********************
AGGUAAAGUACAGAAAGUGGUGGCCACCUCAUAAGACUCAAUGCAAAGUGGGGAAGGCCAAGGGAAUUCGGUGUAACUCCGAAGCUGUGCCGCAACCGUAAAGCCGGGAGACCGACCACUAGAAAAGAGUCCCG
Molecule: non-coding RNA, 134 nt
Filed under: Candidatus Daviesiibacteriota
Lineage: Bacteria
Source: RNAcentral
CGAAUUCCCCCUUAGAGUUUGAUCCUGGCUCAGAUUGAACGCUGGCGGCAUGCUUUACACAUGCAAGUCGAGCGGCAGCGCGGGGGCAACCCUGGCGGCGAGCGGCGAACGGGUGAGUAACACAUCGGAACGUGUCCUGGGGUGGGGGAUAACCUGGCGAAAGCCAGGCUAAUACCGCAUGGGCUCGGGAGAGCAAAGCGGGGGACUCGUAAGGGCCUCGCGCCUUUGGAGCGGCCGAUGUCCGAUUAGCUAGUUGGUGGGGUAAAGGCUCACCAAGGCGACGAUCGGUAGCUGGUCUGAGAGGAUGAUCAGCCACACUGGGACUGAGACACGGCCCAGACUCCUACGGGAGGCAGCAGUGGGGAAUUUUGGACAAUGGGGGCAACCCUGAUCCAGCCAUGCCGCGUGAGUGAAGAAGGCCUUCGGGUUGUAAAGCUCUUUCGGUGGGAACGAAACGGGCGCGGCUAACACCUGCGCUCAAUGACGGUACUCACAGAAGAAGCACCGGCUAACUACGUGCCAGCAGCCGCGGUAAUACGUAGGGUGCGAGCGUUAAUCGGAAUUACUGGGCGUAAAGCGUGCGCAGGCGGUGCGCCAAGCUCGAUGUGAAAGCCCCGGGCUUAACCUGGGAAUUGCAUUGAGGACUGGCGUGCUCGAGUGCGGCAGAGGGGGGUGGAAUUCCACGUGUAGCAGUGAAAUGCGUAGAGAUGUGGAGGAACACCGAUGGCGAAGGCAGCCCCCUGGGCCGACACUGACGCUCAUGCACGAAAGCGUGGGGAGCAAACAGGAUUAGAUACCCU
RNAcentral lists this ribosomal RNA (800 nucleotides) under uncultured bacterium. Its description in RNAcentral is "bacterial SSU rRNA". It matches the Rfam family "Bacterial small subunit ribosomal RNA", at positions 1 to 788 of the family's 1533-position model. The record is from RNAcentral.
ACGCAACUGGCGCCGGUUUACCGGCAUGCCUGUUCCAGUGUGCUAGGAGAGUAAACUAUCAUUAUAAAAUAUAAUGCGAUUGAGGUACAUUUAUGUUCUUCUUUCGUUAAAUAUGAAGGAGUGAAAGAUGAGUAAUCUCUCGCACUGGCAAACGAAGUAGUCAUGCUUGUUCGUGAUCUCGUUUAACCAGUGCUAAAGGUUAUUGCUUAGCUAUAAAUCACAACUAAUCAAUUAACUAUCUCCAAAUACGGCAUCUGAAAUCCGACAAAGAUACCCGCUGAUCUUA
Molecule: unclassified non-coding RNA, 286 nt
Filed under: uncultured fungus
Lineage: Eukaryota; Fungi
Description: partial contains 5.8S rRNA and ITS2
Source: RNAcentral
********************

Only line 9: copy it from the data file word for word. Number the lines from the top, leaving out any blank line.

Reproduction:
Molecule: unclassified non-coding RNA, 286 nt